ok lets solve the worlds money problems by giving everyone a million pounds. So if everyone is a millionare (lets ignore where the money comes from for simplicity) do you honestly think that prices of things will stay the same. Same with degrees if more people have them the wage difference between having one and not pay wise would shrink as in theory its a (for want of a better term) a premium item. The more people who have them the less premium it becomes.
With some things, the value is entirely within the thing or the experience of the thing.
If lots more people choose to become teachers then schools could pick the best from a large pool, so yes wages might go down but teaching quality would go up but then if wages went down less people would choose to teach......Quote:
Same with degrees if more people have them the wage difference between having one and not pay wise would shrink as in theory its a (for want of a better term) a premium item. The more people who have them the less premium it becomes.
We tried too with the SSSNB, which I think if it had continued would eventually have produced far more flexible pay brackets (and job specs that don't date from 2005 and still mention Windows 2000) much in the manner of the new STPCD framework. *Sigh*...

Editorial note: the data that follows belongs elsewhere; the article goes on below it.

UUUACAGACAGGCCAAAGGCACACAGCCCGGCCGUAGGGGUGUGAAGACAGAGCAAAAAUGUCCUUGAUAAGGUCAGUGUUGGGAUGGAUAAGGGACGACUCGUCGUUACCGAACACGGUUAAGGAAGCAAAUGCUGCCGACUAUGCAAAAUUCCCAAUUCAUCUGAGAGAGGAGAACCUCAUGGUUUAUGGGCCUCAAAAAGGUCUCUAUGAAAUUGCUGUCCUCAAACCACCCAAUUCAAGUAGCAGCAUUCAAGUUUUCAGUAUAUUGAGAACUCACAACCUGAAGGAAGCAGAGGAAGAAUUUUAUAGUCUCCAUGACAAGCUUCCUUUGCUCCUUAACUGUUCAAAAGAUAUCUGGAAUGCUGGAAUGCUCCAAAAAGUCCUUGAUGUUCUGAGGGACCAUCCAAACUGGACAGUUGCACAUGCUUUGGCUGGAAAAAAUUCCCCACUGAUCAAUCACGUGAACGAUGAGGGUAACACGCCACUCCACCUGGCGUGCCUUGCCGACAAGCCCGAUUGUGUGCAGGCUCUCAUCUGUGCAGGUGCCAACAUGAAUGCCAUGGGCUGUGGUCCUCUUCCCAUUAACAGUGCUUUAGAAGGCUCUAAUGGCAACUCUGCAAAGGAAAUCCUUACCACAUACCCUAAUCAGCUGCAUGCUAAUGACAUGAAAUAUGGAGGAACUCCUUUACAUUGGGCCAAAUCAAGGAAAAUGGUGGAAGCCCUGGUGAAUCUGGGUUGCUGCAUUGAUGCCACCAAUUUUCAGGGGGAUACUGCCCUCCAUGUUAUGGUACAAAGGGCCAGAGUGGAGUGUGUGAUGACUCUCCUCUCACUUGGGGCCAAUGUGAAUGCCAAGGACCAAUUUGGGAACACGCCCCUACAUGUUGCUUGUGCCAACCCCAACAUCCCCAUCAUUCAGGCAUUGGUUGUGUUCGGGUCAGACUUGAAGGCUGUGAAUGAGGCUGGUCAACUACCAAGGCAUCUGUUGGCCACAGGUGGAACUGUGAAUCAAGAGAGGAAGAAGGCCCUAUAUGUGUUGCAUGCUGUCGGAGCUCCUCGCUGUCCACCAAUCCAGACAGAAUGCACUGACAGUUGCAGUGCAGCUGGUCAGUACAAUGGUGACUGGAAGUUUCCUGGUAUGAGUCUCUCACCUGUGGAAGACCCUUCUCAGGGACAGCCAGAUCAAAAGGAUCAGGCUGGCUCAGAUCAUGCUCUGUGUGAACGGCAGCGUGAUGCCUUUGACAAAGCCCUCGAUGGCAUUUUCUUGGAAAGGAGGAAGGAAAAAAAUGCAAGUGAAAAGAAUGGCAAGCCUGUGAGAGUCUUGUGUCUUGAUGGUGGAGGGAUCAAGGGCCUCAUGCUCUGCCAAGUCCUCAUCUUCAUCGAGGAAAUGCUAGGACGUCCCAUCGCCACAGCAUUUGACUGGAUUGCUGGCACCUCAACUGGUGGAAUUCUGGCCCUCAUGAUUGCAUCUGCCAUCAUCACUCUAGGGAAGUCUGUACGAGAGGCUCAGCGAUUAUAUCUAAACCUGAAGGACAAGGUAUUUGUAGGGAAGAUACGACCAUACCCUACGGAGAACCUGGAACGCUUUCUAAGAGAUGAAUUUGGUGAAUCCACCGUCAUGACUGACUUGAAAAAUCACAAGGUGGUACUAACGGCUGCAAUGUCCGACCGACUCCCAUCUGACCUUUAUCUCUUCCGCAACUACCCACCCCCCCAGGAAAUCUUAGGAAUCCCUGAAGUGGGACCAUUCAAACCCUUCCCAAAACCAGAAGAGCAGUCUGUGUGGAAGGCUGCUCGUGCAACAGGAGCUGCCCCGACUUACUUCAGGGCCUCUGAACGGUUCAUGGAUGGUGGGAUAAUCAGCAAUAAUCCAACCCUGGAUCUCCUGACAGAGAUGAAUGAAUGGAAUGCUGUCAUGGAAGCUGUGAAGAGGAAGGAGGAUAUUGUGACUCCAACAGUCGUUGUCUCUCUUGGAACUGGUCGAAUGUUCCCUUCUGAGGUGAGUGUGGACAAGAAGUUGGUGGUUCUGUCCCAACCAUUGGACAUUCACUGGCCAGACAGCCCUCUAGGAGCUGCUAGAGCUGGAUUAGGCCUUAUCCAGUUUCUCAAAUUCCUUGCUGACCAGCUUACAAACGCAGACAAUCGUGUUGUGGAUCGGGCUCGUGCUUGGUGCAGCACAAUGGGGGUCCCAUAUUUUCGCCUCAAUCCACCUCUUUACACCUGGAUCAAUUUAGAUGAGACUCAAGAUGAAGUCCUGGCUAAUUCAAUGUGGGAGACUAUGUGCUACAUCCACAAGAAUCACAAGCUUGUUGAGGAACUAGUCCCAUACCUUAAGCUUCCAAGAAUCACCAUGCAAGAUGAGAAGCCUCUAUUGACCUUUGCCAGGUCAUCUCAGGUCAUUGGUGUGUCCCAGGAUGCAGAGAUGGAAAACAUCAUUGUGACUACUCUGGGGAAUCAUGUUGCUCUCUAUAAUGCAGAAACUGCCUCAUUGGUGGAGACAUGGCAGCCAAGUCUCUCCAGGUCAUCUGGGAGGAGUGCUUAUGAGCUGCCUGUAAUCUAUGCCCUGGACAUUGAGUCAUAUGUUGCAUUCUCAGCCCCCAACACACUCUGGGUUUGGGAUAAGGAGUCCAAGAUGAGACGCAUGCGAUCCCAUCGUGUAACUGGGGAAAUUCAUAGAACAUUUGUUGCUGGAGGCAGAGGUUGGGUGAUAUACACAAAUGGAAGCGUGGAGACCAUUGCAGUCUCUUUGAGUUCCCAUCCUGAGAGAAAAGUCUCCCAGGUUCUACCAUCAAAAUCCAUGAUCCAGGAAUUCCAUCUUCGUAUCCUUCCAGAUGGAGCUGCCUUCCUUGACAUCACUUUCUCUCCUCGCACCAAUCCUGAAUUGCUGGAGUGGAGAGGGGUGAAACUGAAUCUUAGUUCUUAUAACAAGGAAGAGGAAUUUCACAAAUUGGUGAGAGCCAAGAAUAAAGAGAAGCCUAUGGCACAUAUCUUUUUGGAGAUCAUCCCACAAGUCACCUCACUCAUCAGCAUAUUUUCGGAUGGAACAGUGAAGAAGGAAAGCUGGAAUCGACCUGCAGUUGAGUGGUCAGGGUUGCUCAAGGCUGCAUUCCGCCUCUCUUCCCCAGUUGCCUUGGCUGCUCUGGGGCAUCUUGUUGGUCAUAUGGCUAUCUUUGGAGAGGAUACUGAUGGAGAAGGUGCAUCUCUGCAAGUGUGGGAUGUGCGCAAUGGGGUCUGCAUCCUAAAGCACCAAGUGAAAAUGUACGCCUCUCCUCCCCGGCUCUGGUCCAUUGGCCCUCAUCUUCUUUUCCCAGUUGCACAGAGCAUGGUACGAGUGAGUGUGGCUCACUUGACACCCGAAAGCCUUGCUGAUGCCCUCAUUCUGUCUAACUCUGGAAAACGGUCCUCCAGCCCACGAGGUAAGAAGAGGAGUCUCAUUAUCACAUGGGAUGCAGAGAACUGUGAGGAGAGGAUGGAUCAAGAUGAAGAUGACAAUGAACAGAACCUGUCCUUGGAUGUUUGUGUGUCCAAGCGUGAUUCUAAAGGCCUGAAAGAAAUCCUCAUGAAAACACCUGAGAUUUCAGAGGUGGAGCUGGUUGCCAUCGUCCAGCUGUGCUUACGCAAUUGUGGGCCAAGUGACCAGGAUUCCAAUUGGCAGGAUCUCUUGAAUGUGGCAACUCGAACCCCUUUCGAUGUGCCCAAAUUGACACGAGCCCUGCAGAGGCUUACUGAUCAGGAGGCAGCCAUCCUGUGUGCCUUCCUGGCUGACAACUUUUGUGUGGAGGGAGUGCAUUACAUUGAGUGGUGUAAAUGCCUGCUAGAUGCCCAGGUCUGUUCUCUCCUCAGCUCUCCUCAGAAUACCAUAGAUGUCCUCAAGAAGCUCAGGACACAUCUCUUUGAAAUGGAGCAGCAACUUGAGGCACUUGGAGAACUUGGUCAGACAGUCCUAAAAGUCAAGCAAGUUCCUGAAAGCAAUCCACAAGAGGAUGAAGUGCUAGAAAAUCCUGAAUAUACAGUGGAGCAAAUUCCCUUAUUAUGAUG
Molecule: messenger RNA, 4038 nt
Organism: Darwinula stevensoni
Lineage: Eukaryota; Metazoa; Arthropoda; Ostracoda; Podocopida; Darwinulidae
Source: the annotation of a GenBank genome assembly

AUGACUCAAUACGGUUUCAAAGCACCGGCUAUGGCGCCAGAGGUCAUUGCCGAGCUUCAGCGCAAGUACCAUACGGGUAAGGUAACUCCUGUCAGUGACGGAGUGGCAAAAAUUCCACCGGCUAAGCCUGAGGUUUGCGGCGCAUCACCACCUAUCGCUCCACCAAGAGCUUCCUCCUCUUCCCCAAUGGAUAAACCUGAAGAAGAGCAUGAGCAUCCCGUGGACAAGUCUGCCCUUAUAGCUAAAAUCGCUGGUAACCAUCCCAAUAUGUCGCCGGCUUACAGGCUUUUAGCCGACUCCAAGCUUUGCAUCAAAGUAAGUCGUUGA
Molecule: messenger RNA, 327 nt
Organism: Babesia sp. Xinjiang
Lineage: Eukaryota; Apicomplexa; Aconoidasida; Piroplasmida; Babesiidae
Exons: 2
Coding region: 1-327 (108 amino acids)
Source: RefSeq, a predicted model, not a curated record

The whole 'prepares them for working life' argument is flawed, as 'work' is now so varied that there isn't a catch-all. There are also countless studies that show productivity taking a nosedive the longer you spend on task. 9-5 is fine if you're on an assembly line, but for creative and intellectually challenging/stimulating work (which, let's face it, is what you want from education), I'd rather have a good couple of hours of output than a whole day spent wringing a meagre amount from them.
Some private schools already have their own payscales for teachers. Many, like the one I work for, do not and teachers are on national payscales.
Support staff at my school are not on national scales, not are we particularly well remunerated. Such is the evil of trying to run a school that is wholly reliant on fee income, it means that in the independent sector pay rises are harder to come by and annual increments unheard of independents.